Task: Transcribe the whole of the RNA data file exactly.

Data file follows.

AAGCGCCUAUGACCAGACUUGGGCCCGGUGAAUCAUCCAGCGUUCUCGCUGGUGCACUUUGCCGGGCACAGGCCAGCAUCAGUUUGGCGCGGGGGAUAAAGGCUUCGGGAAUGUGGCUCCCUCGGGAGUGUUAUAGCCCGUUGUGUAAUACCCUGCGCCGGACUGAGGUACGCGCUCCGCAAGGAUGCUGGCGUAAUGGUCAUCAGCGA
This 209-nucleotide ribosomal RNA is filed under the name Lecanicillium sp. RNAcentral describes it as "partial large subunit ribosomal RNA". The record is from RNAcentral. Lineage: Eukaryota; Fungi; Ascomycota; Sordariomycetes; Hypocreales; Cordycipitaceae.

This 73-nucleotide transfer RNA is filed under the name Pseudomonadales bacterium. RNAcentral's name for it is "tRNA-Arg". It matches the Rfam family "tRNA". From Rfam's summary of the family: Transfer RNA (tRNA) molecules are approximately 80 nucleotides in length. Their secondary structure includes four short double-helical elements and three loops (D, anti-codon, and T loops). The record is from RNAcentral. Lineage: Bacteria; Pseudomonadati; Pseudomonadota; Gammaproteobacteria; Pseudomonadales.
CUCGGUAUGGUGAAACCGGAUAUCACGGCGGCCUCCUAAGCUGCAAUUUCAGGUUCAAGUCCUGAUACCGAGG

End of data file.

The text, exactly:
AAGCGCCUAUGACCAGACUUGGGCCCGGUGAAUCAUCCAGCGUUCUCGCUGGUGCACUUUGCCGGGCACAGGCCAGCAUCAGUUUGGCGCGGGGGAUAAAGGCUUCGGGAAUGUGGCUCCCUCGGGAGUGUUAUAGCCCGUUGUGUAAUACCCUGCGCCGGACUGAGGUACGCGCUCCGCAAGGAUGCUGGCGUAAUGGUCAUCAGCGA
This 209-nucleotide ribosomal RNA is filed under the name Lecanicillium sp. RNAcentral describes it as "partial large subunit ribosomal RNA". The record is from RNAcentral. Lineage: Eukaryota; Fungi; Ascomycota; Sordariomycetes; Hypocreales; Cordycipitaceae.

This 73-nucleotide transfer RNA is filed under the name Pseudomonadales bacterium. RNAcentral's name for it is "tRNA-Arg". It matches the Rfam family "tRNA". From Rfam's summary of the family: Transfer RNA (tRNA) molecules are approximately 80 nucleotides in length. Their secondary structure includes four short double-helical elements and three loops (D, anti-codon, and T loops). The record is from RNAcentral. Lineage: Bacteria; Pseudomonadati; Pseudomonadota; Gammaproteobacteria; Pseudomonadales.
CUCGGUAUGGUGAAACCGGAUAUCACGGCGGCCUCCUAAGCUGCAAUUUCAGGUUCAAGUCCUGAUACCGAGG